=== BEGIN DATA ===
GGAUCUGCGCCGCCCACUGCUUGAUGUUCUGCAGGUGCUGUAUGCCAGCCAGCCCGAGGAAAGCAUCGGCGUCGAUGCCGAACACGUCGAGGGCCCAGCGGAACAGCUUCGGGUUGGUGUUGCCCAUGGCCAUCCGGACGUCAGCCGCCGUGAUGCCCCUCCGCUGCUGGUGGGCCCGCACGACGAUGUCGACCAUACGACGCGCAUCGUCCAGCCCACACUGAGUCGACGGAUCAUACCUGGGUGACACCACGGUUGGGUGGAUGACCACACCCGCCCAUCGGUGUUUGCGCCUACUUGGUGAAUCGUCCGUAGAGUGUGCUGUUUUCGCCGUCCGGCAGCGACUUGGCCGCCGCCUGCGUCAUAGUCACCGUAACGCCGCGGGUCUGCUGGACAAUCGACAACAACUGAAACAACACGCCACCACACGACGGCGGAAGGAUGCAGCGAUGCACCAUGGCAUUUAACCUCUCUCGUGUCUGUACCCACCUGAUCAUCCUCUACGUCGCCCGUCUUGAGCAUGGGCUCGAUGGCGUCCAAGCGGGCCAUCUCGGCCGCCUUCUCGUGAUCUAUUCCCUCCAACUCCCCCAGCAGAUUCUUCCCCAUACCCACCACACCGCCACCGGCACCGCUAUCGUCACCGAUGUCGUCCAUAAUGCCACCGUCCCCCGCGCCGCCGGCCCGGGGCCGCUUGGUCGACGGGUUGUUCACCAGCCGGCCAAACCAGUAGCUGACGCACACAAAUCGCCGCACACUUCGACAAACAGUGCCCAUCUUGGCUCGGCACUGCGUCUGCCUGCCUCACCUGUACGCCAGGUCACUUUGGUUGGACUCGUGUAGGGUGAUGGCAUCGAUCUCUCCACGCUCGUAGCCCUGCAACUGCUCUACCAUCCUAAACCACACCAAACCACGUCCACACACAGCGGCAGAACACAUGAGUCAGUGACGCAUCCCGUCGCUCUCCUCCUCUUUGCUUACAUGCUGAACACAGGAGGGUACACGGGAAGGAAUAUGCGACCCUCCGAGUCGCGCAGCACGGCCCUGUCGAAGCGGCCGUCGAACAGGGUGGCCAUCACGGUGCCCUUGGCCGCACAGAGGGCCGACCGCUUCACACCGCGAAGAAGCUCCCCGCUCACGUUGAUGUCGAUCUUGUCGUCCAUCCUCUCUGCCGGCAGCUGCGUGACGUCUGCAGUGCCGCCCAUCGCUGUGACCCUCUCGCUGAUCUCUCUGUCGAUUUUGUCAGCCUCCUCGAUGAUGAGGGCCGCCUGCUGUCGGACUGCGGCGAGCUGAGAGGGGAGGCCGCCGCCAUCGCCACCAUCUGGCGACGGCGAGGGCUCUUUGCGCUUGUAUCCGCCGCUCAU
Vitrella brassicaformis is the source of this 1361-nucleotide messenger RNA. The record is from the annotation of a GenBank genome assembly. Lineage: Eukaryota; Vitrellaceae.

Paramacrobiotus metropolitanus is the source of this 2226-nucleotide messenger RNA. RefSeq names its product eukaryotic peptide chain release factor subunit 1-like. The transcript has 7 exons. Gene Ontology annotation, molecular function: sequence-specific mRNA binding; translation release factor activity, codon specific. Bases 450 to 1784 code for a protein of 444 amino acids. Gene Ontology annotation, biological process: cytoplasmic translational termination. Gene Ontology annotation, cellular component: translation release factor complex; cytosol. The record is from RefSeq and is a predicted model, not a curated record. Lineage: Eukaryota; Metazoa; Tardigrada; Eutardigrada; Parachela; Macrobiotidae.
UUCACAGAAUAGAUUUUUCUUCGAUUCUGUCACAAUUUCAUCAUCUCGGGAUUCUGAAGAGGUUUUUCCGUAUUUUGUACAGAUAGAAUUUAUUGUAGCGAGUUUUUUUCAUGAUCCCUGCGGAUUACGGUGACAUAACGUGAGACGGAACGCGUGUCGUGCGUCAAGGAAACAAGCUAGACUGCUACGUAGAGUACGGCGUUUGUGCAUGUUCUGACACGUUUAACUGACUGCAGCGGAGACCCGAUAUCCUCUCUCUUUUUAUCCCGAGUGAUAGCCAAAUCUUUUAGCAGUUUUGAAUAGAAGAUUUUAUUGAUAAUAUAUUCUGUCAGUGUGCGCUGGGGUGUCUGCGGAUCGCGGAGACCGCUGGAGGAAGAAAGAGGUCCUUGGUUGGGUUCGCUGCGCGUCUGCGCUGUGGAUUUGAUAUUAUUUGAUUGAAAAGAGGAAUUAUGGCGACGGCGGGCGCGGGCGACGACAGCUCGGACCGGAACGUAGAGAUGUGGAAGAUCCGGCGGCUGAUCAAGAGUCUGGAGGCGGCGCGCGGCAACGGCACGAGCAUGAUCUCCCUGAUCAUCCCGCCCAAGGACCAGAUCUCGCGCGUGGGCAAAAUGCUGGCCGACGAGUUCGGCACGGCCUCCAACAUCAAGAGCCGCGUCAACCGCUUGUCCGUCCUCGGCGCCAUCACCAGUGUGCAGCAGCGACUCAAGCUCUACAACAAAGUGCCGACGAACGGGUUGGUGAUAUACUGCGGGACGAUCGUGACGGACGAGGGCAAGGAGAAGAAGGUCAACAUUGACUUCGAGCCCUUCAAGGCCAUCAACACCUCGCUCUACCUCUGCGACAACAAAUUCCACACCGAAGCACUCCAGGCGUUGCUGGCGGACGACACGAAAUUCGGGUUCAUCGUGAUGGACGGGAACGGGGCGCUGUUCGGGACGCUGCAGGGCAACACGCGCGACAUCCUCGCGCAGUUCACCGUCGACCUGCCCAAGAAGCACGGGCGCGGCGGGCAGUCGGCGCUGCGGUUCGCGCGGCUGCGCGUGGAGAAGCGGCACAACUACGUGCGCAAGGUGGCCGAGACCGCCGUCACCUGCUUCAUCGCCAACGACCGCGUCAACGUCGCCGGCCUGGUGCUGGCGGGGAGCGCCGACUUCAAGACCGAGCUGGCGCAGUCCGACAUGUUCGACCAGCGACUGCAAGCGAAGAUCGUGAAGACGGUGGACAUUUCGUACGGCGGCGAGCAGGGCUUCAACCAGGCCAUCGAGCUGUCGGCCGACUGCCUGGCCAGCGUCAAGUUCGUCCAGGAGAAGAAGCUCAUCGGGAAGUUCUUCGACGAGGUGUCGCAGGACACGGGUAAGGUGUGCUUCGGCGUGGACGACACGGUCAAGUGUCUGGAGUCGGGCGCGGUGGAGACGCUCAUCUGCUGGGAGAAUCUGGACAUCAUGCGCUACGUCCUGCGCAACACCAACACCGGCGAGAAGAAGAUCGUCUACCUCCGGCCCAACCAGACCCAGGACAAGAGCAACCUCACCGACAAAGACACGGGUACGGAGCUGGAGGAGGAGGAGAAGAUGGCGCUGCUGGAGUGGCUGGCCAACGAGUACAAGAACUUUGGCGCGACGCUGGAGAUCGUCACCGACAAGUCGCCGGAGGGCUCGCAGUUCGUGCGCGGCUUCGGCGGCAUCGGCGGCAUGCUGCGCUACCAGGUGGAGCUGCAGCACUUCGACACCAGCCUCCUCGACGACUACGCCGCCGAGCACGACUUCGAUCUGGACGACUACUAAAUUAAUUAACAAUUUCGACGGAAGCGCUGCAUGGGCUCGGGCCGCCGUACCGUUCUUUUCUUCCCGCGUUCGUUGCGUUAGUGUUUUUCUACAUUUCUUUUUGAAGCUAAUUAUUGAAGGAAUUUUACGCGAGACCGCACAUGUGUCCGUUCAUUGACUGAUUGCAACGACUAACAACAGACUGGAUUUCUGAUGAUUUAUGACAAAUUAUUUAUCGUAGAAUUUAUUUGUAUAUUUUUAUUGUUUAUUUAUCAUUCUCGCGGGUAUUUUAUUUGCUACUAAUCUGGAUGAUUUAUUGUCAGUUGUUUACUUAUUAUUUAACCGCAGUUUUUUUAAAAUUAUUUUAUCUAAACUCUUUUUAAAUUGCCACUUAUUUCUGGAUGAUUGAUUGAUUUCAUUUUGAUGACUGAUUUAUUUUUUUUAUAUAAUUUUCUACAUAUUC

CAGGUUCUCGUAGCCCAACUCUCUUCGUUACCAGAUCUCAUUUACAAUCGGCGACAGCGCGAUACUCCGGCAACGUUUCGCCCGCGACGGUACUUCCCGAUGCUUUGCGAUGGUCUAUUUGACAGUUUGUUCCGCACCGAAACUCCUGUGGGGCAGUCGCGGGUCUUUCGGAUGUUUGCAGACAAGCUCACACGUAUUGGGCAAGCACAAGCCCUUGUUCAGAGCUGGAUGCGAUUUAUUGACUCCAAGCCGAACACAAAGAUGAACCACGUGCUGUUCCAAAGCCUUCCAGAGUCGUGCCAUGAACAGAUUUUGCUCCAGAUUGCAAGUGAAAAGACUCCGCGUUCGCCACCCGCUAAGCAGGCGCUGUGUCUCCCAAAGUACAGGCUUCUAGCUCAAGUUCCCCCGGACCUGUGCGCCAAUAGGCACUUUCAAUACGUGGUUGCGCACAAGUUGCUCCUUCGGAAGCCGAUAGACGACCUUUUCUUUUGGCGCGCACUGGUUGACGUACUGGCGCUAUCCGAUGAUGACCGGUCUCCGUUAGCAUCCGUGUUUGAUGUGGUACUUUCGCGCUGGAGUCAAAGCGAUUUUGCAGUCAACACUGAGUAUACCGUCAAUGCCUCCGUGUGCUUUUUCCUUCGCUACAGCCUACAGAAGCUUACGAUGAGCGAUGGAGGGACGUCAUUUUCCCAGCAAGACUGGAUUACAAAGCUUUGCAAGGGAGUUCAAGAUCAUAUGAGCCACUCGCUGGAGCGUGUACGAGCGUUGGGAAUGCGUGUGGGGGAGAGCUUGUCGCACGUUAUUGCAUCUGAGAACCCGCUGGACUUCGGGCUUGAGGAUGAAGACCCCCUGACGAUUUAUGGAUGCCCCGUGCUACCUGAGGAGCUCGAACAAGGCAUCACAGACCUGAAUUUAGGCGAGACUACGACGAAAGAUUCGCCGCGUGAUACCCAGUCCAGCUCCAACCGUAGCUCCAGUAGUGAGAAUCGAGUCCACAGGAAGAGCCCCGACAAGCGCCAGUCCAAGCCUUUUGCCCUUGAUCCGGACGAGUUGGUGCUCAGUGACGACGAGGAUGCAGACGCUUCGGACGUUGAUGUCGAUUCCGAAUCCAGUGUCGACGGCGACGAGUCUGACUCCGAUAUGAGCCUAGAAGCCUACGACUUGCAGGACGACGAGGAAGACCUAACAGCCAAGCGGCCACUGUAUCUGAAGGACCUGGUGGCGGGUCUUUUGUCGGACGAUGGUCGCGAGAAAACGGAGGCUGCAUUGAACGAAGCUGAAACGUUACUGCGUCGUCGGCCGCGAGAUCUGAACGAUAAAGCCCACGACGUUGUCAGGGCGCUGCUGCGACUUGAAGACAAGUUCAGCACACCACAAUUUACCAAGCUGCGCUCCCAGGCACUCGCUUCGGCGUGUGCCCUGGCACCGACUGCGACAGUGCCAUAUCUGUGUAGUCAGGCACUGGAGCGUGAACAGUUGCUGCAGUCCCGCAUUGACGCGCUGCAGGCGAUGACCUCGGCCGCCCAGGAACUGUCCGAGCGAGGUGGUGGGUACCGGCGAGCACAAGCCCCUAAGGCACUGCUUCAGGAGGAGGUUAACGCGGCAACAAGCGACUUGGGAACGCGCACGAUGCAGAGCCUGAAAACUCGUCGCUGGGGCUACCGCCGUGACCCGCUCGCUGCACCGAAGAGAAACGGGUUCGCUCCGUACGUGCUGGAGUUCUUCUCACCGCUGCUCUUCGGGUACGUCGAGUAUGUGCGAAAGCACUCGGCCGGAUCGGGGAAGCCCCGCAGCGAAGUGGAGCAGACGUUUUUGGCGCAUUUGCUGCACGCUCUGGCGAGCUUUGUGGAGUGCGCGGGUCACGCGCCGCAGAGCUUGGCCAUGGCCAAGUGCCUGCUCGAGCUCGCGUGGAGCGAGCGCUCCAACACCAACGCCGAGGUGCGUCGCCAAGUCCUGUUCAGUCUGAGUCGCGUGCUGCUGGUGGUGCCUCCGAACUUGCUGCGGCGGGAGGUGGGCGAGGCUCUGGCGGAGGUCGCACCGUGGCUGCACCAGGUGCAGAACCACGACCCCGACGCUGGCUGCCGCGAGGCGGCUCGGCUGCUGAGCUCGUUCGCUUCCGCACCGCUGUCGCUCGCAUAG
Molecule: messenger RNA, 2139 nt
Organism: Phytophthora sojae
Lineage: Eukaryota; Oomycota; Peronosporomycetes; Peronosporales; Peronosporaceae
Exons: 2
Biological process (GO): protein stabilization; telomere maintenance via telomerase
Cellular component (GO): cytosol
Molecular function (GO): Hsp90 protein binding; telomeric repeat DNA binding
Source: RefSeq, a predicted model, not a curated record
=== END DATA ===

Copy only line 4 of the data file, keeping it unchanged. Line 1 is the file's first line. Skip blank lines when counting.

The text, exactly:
UUCACAGAAUAGAUUUUUCUUCGAUUCUGUCACAAUUUCAUCAUCUCGGGAUUCUGAAGAGGUUUUUCCGUAUUUUGUACAGAUAGAAUUUAUUGUAGCGAGUUUUUUUCAUGAUCCCUGCGGAUUACGGUGACAUAACGUGAGACGGAACGCGUGUCGUGCGUCAAGGAAACAAGCUAGACUGCUACGUAGAGUACGGCGUUUGUGCAUGUUCUGACACGUUUAACUGACUGCAGCGGAGACCCGAUAUCCUCUCUCUUUUUAUCCCGAGUGAUAGCCAAAUCUUUUAGCAGUUUUGAAUAGAAGAUUUUAUUGAUAAUAUAUUCUGUCAGUGUGCGCUGGGGUGUCUGCGGAUCGCGGAGACCGCUGGAGGAAGAAAGAGGUCCUUGGUUGGGUUCGCUGCGCGUCUGCGCUGUGGAUUUGAUAUUAUUUGAUUGAAAAGAGGAAUUAUGGCGACGGCGGGCGCGGGCGACGACAGCUCGGACCGGAACGUAGAGAUGUGGAAGAUCCGGCGGCUGAUCAAGAGUCUGGAGGCGGCGCGCGGCAACGGCACGAGCAUGAUCUCCCUGAUCAUCCCGCCCAAGGACCAGAUCUCGCGCGUGGGCAAAAUGCUGGCCGACGAGUUCGGCACGGCCUCCAACAUCAAGAGCCGCGUCAACCGCUUGUCCGUCCUCGGCGCCAUCACCAGUGUGCAGCAGCGACUCAAGCUCUACAACAAAGUGCCGACGAACGGGUUGGUGAUAUACUGCGGGACGAUCGUGACGGACGAGGGCAAGGAGAAGAAGGUCAACAUUGACUUCGAGCCCUUCAAGGCCAUCAACACCUCGCUCUACCUCUGCGACAACAAAUUCCACACCGAAGCACUCCAGGCGUUGCUGGCGGACGACACGAAAUUCGGGUUCAUCGUGAUGGACGGGAACGGGGCGCUGUUCGGGACGCUGCAGGGCAACACGCGCGACAUCCUCGCGCAGUUCACCGUCGACCUGCCCAAGAAGCACGGGCGCGGCGGGCAGUCGGCGCUGCGGUUCGCGCGGCUGCGCGUGGAGAAGCGGCACAACUACGUGCGCAAGGUGGCCGAGACCGCCGUCACCUGCUUCAUCGCCAACGACCGCGUCAACGUCGCCGGCCUGGUGCUGGCGGGGAGCGCCGACUUCAAGACCGAGCUGGCGCAGUCCGACAUGUUCGACCAGCGACUGCAAGCGAAGAUCGUGAAGACGGUGGACAUUUCGUACGGCGGCGAGCAGGGCUUCAACCAGGCCAUCGAGCUGUCGGCCGACUGCCUGGCCAGCGUCAAGUUCGUCCAGGAGAAGAAGCUCAUCGGGAAGUUCUUCGACGAGGUGUCGCAGGACACGGGUAAGGUGUGCUUCGGCGUGGACGACACGGUCAAGUGUCUGGAGUCGGGCGCGGUGGAGACGCUCAUCUGCUGGGAGAAUCUGGACAUCAUGCGCUACGUCCUGCGCAACACCAACACCGGCGAGAAGAAGAUCGUCUACCUCCGGCCCAACCAGACCCAGGACAAGAGCAACCUCACCGACAAAGACACGGGUACGGAGCUGGAGGAGGAGGAGAAGAUGGCGCUGCUGGAGUGGCUGGCCAACGAGUACAAGAACUUUGGCGCGACGCUGGAGAUCGUCACCGACAAGUCGCCGGAGGGCUCGCAGUUCGUGCGCGGCUUCGGCGGCAUCGGCGGCAUGCUGCGCUACCAGGUGGAGCUGCAGCACUUCGACACCAGCCUCCUCGACGACUACGCCGCCGAGCACGACUUCGAUCUGGACGACUACUAAAUUAAUUAACAAUUUCGACGGAAGCGCUGCAUGGGCUCGGGCCGCCGUACCGUUCUUUUCUUCCCGCGUUCGUUGCGUUAGUGUUUUUCUACAUUUCUUUUUGAAGCUAAUUAUUGAAGGAAUUUUACGCGAGACCGCACAUGUGUCCGUUCAUUGACUGAUUGCAACGACUAACAACAGACUGGAUUUCUGAUGAUUUAUGACAAAUUAUUUAUCGUAGAAUUUAUUUGUAUAUUUUUAUUGUUUAUUUAUCAUUCUCGCGGGUAUUUUAUUUGCUACUAAUCUGGAUGAUUUAUUGUCAGUUGUUUACUUAUUAUUUAACCGCAGUUUUUUUAAAAUUAUUUUAUCUAAACUCUUUUUAAAUUGCCACUUAUUUCUGGAUGAUUGAUUGAUUUCAUUUUGAUGACUGAUUUAUUUUUUUUAUAUAAUUUUCUACAUAUUC